5. Grounded theory. This method of qualitative data analysis starts with an analysis of a single case to formulate a theory. Then, additional cases are examined to see if they contribute to the theory.
For the purposes of this study, narrative analysis was selected, using interview transcripts from recordings of interviews with the nine professional leaders. Leaders were selected based upon work title and current team size, with ten or more subordinates as the minimum number to qualify for the research study. Guidelines for participant selection are below.
Narrative Analysis Goals and Strategies
The purpose of the proposed study is to develop a usable and simplified framework and implementation plan to utilize recent neuroscience research related to business productivity and moral enhancement. The study will propose using a new approach to personality profiling based on modern neuroscience rather than the observation models of the past, including the OPQ-32, Myers-Briggs, the Big-5, DiSC, and the Enneagram profiling models. Ideally, the potential wide range of applications could enhance employee job satisfaction and improve productivity by adapting leadership skills to the employee’s neuroscientific profile. Furthermore, identification of a leader’s neuroscientific profile can enhance the ability to adjust the leadership style used based upon the leadership situation and the subordinate’s identified profile.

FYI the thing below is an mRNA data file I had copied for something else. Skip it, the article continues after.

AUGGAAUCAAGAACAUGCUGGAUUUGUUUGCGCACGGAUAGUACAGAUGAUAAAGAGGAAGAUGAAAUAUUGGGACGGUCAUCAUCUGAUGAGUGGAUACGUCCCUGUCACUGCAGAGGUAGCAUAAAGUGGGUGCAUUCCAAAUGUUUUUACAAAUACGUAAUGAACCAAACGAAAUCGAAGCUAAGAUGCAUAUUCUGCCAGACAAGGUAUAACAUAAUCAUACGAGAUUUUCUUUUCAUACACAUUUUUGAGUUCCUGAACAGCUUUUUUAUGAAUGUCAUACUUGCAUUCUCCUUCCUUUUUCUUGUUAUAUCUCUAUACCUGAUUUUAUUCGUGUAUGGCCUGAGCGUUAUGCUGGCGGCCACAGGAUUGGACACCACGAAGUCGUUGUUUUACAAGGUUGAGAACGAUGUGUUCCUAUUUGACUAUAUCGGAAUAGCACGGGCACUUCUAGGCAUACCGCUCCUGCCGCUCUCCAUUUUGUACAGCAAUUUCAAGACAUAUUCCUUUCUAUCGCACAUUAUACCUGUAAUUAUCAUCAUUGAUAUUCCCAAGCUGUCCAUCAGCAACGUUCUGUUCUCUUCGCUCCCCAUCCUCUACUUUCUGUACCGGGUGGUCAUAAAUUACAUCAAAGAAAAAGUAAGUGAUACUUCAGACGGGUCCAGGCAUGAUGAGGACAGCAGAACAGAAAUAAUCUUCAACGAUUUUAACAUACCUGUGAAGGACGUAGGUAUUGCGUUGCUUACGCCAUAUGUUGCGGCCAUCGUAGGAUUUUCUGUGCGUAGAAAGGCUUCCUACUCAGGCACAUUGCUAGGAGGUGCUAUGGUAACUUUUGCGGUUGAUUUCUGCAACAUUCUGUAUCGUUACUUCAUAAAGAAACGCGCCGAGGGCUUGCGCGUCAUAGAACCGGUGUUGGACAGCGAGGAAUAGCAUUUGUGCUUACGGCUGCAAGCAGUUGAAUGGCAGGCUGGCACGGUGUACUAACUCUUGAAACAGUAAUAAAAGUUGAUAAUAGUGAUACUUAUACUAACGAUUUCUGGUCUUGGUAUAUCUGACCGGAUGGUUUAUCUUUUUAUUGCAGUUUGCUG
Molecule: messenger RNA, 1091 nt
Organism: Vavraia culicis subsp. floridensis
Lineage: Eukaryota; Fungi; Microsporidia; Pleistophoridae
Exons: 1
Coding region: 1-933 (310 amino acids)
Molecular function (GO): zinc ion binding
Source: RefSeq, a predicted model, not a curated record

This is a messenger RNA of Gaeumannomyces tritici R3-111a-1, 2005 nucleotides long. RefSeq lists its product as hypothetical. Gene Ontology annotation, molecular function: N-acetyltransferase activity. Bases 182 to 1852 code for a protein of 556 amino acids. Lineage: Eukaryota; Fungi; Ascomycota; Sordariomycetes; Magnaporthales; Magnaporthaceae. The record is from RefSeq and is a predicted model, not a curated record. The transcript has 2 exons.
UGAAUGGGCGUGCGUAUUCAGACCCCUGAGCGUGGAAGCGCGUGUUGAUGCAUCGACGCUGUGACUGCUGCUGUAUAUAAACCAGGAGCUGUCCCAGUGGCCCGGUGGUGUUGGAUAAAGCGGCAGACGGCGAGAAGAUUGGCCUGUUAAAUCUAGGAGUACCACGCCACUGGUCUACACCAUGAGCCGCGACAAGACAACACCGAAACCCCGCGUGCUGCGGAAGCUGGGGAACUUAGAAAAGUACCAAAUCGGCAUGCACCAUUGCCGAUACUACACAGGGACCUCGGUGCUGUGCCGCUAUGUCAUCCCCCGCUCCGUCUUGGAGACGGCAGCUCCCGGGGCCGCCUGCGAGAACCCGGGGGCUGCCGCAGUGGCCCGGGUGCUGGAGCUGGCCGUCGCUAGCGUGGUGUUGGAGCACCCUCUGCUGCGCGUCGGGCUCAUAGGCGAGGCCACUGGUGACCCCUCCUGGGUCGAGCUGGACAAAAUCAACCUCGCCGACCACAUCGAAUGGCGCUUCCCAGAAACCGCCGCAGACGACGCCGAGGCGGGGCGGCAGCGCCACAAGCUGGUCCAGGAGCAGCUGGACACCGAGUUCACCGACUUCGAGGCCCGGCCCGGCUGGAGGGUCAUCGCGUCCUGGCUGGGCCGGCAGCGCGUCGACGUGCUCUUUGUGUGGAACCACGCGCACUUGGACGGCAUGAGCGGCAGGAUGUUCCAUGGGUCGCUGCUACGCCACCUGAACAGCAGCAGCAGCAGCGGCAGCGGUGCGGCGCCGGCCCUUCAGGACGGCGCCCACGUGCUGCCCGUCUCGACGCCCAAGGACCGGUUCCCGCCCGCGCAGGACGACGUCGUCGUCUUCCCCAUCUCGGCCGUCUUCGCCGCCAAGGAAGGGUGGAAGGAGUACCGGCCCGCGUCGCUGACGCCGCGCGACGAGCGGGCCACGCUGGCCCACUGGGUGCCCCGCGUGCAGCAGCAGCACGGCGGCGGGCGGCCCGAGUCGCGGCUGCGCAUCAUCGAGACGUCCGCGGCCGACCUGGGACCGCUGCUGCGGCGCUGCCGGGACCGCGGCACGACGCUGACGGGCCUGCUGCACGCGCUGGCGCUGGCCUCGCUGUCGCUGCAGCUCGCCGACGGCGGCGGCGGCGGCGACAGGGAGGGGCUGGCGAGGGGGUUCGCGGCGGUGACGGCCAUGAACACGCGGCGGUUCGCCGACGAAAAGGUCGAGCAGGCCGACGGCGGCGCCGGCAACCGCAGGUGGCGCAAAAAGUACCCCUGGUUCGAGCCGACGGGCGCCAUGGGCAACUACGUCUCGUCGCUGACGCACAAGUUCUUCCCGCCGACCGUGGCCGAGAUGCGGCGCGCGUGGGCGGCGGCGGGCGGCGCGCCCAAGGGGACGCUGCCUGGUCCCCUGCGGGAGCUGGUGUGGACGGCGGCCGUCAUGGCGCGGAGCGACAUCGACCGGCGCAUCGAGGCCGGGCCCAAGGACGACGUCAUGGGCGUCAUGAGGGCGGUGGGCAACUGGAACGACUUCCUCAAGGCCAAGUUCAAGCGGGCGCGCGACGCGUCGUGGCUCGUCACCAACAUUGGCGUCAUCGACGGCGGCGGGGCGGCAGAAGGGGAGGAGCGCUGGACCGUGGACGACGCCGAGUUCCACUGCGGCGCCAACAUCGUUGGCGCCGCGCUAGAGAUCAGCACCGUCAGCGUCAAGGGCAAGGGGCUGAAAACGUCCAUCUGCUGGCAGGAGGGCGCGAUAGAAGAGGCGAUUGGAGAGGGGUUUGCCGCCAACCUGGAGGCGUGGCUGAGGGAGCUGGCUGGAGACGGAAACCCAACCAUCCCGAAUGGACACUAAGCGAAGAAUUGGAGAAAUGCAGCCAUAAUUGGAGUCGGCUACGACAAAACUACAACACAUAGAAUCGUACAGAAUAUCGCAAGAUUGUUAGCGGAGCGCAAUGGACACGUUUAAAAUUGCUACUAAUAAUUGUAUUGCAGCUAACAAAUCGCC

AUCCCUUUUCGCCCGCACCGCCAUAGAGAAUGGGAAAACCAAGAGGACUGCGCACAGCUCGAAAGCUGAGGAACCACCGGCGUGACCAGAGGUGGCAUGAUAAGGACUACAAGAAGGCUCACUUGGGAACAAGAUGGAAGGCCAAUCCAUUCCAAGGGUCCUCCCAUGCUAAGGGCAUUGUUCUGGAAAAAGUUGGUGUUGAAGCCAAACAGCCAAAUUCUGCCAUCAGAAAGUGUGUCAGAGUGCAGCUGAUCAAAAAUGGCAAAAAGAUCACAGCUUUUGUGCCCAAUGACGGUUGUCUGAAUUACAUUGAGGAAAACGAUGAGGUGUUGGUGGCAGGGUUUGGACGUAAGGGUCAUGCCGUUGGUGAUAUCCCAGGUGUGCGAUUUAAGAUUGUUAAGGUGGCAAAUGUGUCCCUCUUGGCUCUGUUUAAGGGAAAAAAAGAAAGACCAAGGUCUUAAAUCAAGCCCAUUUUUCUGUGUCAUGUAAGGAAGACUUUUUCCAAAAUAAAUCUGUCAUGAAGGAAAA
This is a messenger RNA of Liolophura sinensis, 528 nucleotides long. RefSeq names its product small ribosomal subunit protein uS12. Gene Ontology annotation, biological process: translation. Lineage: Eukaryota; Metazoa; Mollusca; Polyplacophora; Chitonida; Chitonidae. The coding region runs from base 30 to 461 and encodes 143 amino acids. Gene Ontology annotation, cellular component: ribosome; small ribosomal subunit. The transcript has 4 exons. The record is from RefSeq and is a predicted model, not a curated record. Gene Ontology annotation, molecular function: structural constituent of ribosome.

Decades ago, leadership researchers analyzed the difference between introverted and extroverted managers, which led to research on specific leadership behaviors (Hersey & Blanchard, 1969, pp. 26-34). Researchers labeled leaders as either task-oriented or relationship-oriented leaders. Task-oriented leaders were believed to be more introverted and focused on getting the job done, completing tasks, or achieving goals. These leaders exhibit modest concern for employee relationships and place more emphasis on achievements, organization, and structure. The upside noted is higher productivity, but at the cost of morale, which can eventually affect productivity.
Relationship-oriented leaders were viewed as more extroverted and focused on people, relationships, teams, motivation, and support. They encourage collaboration and frequent communication and emphasize employee well-being and happiness. They understand that reducing workplace conflicts and stress can lead to higher productivity. The upside is higher morale and job satisfaction but sometimes at the expense of productivity and profitability.